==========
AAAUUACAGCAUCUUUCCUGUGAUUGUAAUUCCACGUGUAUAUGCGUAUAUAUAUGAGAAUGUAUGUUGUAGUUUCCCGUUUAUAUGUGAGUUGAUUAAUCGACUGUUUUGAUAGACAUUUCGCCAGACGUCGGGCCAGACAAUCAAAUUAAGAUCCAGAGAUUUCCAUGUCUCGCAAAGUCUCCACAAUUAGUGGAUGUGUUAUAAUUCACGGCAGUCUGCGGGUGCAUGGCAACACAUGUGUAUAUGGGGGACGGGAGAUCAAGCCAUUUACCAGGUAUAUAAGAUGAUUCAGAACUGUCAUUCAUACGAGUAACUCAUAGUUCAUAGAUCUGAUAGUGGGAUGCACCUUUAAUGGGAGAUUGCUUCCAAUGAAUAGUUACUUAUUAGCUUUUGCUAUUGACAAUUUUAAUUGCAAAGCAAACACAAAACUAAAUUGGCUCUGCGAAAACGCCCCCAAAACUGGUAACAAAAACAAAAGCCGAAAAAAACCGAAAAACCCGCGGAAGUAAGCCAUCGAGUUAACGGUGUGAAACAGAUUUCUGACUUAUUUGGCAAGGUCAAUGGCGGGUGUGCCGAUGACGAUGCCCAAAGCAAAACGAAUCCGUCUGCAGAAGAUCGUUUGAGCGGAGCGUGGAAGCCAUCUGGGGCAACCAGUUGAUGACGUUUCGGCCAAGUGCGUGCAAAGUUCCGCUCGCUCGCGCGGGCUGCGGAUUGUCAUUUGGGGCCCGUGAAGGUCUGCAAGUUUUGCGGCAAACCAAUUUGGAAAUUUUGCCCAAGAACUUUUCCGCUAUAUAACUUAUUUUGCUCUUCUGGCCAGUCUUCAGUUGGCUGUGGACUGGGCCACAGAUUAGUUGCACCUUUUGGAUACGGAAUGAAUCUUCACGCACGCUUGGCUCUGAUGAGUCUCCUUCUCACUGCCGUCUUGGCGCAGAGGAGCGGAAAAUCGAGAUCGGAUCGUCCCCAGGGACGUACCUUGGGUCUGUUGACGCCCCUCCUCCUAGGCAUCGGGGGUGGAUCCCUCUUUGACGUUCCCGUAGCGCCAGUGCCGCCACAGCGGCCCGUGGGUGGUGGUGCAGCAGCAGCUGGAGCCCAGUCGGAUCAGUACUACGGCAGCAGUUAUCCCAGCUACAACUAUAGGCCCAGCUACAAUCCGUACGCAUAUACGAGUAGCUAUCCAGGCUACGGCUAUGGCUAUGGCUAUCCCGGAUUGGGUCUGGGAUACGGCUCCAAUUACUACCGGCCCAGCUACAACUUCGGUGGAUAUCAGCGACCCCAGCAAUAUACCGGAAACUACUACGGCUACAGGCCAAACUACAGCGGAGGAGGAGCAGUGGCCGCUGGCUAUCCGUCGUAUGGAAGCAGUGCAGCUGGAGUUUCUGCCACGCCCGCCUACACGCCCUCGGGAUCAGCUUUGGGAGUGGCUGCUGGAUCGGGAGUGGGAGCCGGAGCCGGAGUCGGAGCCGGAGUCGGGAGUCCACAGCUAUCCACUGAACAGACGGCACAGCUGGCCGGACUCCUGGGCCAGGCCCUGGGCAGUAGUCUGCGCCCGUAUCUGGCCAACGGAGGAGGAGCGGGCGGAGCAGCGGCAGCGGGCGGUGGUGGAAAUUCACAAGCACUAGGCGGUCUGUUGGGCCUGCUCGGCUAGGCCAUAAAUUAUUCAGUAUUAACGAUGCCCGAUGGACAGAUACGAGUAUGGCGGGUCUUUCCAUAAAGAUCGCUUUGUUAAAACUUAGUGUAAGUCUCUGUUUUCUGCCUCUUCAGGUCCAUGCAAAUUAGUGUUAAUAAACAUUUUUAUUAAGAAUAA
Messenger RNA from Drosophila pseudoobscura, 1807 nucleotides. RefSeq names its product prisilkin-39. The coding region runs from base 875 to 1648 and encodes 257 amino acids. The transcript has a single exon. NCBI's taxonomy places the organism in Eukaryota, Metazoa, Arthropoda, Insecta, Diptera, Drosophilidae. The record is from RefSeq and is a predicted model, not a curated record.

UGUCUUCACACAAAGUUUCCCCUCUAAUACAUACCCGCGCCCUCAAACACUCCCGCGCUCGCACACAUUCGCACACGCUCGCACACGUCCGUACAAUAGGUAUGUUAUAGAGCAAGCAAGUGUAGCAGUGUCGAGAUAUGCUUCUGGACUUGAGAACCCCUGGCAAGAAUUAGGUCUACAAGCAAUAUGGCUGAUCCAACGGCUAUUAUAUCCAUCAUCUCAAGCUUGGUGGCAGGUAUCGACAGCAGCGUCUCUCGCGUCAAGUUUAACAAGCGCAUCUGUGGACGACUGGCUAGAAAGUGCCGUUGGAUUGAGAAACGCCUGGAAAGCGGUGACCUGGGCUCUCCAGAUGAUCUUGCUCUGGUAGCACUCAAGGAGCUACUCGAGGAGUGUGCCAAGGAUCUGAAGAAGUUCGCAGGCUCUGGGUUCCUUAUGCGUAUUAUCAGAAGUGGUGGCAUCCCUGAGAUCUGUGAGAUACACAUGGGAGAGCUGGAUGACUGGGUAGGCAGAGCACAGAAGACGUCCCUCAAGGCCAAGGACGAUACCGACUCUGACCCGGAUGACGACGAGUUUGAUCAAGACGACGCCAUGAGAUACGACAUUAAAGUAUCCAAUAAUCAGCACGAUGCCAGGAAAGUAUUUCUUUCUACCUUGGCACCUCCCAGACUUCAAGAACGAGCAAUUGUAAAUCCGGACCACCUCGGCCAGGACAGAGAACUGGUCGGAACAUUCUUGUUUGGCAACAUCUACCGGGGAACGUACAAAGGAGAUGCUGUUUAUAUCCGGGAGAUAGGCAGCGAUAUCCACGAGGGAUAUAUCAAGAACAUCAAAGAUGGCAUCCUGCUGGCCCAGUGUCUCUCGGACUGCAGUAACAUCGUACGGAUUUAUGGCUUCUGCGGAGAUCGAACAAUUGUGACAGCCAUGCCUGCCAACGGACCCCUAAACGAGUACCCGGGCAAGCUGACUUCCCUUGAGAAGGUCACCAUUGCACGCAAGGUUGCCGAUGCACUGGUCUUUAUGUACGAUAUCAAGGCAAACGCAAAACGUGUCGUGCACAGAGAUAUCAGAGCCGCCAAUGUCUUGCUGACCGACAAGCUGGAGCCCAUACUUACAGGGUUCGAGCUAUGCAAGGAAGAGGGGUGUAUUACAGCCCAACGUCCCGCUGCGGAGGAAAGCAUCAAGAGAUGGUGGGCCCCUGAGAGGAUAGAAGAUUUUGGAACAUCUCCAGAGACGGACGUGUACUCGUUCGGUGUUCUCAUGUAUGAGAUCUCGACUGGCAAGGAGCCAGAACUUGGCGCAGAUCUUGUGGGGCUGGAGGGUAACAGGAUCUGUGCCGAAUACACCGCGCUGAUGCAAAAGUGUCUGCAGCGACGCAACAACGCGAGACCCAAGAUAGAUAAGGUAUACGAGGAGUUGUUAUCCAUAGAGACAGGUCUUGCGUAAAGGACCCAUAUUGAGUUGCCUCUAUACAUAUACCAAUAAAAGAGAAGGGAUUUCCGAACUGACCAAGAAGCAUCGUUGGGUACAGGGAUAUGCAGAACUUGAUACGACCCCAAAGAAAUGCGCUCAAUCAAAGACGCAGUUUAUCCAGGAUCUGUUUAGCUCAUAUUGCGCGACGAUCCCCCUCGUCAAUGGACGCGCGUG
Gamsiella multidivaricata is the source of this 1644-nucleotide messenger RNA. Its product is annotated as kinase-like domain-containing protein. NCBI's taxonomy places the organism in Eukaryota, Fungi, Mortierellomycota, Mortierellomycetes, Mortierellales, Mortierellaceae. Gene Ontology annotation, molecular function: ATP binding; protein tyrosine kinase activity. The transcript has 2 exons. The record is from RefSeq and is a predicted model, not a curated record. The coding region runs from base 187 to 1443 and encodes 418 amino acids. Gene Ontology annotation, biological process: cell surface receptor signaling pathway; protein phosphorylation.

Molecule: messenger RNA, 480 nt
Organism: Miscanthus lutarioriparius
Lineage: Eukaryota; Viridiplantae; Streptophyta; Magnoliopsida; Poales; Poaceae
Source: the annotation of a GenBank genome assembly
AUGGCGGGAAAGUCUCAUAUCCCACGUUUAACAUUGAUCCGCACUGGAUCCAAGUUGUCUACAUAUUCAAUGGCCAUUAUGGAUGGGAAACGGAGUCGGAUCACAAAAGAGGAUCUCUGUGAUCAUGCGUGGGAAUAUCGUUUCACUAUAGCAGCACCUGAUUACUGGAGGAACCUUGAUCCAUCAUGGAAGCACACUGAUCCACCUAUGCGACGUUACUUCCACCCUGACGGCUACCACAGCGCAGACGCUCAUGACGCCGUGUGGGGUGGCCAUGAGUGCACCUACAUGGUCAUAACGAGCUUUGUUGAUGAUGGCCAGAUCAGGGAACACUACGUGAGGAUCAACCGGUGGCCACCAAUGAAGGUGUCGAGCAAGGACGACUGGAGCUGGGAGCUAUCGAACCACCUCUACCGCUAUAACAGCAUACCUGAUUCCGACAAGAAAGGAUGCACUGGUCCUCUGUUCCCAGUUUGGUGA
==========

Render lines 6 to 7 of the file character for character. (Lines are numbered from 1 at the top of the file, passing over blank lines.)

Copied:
Organism: Miscanthus lutarioriparius
Lineage: Eukaryota; Viridiplantae; Streptophyta; Magnoliopsida; Poales; Poaceae